By smacdowall, May 20 2016 06:53PM
Readers who have been following my Battle of the Dunes project may recall that the young James Duke of York was captured at Ardes after leading his life guards in a wild charge against the full might of the French cavalry. Since then he has been enjoying Marshal Turenne’s hospitality. But there are problems.
Samuel Fairclought, a radical puritan preacher has been stirring up Turenne’s English Commonwealth allies. While they are digging entrenchments in the cold and rain around Dunkerque James Stuart has been living a life of luxury at Ardes. Despite many attempts by the English to force their French allies to hand the prisoner over for a ‘just and fair trial’ followed by execution. Marshal Turenne has so far refused. This presents Major General Lockhart, commander of the Commonwealth troops, with a difficult situation. Urged on by Rev. Fairclought, his forces are on the brink of mutiny unless he takes action to get his hands on James Stuart.
Learning of the mutinous mood amongst his English allies, Cardinal Mazarin decides that the Duke of York must be spirited away to Paris and safety. He is too valuable a bargaining chip to allow to fall into the hands of the murderous heretics. In secret orders, not revealed even to Marshal Turenne (who is after all a Huguenot), he charges le Marquis de la Salle to bring James to Paris under cover of escorting a re-supply convoy from Ardes to Dunkerque. At some point along the route de la Salle is to turn off towards Paris with the important prisoner.
Spies are everywhere and word reaches King Charles II in exile of Cardinal Mazarin’s plan — probably from les Gendarmes Écossais who Mazarin has detailed to form part of the escort. James Duke of York had been their commander before the break between France and the Royalist English in exile. King Charles appoints Colonel Thomas Blague of Horringer to command a small force to ambush the French convoy and free his younger brother. Readers may remember than Blague was the hero of the delaying action at Blancard. Since then he has been knighted and his valiant troop of horse promoted to lifeguard status. Prince Condé, leader of the French ‘fronde’ rebels has agreed to support the English Royalist plan.
Word also reaches Lockhart at Dunkerque who decides to seize the moment to prevent mutiny by attempting to intercept the French convoy and take James under his control without breaking the alliance.
This map shows the area of operations. De la Salle is at Ardes preparing to escort James and the re-supply convoy ostensibly to Dunkerque. At some point he will need to whisk James away to Paris. Lockhart is at Dunkerque and is devising a deception plan to draw several companies of Englishmen away from the siege lines to intercept him. Meanwhile Sir Thomas Blague, reinforced by some Scots arriving from overseas and additional troops from Condé, is making his way to Watten. From there he too hopes to intercept the convoy.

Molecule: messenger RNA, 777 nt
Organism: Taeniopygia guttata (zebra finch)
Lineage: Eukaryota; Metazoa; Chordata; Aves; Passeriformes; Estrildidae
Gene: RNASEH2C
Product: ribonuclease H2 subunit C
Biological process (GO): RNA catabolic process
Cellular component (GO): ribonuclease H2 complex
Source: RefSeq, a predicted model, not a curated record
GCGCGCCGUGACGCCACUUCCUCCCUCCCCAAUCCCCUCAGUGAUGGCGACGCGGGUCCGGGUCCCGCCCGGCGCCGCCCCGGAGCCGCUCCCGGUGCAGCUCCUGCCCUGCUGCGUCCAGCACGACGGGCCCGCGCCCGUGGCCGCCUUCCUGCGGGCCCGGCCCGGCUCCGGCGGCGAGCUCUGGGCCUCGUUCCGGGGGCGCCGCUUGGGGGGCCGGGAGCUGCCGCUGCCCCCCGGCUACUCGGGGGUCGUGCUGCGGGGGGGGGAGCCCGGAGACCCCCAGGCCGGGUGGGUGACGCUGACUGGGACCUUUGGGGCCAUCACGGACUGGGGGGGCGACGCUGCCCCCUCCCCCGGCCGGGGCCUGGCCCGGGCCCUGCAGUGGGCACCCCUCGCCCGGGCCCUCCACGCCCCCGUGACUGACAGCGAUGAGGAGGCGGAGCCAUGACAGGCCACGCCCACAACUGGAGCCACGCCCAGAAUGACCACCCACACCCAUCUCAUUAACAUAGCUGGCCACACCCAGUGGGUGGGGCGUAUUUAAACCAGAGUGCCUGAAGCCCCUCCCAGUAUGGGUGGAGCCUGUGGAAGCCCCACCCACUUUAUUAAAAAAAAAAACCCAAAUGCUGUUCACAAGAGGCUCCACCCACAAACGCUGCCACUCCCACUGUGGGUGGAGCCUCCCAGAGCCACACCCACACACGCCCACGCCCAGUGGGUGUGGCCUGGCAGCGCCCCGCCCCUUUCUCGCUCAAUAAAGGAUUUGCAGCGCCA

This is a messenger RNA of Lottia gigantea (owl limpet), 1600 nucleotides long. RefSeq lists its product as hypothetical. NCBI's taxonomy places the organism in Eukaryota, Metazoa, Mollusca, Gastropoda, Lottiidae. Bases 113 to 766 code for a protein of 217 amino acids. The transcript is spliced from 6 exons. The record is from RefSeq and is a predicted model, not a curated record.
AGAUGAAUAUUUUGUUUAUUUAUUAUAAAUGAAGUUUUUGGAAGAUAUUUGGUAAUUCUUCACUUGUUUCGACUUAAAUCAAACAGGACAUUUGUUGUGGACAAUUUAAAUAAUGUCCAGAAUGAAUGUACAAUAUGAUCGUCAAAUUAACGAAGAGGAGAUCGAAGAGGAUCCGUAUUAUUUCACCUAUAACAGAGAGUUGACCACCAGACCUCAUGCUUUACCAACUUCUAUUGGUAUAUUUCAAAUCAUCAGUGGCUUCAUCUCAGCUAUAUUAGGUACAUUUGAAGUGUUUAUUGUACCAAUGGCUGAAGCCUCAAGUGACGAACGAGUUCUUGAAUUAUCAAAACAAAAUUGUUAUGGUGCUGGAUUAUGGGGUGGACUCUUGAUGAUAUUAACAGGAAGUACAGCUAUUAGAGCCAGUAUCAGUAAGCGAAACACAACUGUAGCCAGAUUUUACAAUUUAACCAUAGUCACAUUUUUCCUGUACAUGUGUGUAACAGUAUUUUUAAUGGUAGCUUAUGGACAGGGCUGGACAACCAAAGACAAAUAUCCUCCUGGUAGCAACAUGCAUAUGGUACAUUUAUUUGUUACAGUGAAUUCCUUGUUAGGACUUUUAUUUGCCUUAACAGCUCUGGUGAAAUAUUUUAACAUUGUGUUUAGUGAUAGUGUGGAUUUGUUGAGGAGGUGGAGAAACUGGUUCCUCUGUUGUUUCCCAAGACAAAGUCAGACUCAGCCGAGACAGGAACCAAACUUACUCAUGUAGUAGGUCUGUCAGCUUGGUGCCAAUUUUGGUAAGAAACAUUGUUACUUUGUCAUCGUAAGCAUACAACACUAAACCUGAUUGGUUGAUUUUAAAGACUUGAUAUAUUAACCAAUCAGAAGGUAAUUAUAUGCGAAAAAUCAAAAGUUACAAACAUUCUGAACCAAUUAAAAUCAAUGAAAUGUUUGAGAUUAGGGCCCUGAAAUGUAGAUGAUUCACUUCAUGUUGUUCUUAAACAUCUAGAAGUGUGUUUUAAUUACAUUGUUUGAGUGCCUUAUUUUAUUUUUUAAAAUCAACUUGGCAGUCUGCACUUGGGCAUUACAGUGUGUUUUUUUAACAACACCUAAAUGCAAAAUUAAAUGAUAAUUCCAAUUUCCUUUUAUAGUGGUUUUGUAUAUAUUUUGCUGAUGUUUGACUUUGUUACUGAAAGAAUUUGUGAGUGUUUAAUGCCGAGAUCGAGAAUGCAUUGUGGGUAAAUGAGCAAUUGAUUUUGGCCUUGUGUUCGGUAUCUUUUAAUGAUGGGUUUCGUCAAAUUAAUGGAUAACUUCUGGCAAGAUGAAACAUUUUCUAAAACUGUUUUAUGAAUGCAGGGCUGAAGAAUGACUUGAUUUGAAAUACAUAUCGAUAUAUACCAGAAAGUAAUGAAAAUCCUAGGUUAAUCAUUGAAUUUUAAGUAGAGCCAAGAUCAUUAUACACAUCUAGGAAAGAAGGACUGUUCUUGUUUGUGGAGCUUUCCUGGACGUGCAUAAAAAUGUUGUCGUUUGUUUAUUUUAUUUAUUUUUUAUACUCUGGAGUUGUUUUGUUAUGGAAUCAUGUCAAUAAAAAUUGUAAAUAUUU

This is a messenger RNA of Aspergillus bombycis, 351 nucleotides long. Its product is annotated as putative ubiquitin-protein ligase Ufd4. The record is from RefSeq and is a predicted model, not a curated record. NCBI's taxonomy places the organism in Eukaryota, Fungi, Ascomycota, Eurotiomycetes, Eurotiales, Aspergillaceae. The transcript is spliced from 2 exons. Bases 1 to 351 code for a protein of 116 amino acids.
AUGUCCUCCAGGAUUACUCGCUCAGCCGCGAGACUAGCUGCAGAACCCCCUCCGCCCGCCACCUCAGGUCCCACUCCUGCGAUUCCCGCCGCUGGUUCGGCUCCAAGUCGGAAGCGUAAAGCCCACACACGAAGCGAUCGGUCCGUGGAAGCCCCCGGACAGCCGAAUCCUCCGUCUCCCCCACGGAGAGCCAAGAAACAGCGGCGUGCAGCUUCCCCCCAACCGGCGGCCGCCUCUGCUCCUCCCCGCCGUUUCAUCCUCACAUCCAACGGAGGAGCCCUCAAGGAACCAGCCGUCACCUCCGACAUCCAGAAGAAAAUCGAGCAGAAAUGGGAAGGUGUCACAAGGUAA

Each player (de la Salle, Lockhart and Blague) were free to chose their routes and make their plans. Blague and de la Salle had some troops assigned to them and a pot of cash from which they could acquire others. Lockhart had to decide how many companies he could withdraw from the siege lines without raising suspicion. Their decisions and the follow-on strategic moves were conducted as a series of email exchanges between the three players and myself as umpire. As an added twist de la Salle was aware that Blague was on the move but neither he nor Blague were aware that Lockhart was also in the game.
After several exchanges, following which I fed back appropriate intelligence to the players, the situation was this:
Lockhart withdrew 8 companies from Dunkerque ostensibly to escort sick and wounded to Calais and from there to move to Ardes to pick up supplies. De la Salle intended to move from Ardes to Audruicq and then let the supply convoy head on to Dunkerque while he would take his cavalry and turn around back to Ardes taking James with him and then turn south towards Paris. Blague’s plan was to establish his foot at Audruicq, use his light cavalry (Scots and Croats) to shadow the convoy and block off retreat. His main cavalry force would be kept to the south ready to strike once the head of the convoy reached Audruicq.
The various strategic decisions each player took left me as umpire with a couple of problems which could have resulted in no table top battle or a battle in which James was not present. De la Salle’s plan to do an about turn with James could have taken him out of harms way before any troops met. Fortunately Blague ordered his light cavalry to shadow the convoy and block off retreat.
Rather than taking the direct route from Dunkerque to Audruicq, Lockhart had decided to go via Calais and then get ahead of the convoy. The timings he set in his strategic orders would have seen his English Commonwealth troops arriving at Audruicq at the same time as Blague’s Royalists and a day ahead of de la Salle. The result would have been a punch-up between the two after which James would be out of harm’s way. This would not do. Fortunately Lockhart’s plan involved moving on a Sunday so I called on the Reverend Fairclought to intervene. In a 3 hour long sermon he spoke of the evils of working on the sabbath after which the Commonwealth troops refused to move. This delayed Lockhart’s move by a day and so he was trailing de la Salle’s convoy rather than getting ahead of it.
So, on the afternoon of 12 May, Blague is waiting for de la Salle at Audruicq with his cavalry shadowing the convoy. De la Salle’s advance guard of dragoons are approaching the village while his rearguard has spotted some unidentified foot (Lockhart’s men) following up a kilometre or two behind him.
How the game played out will be reported in the next entry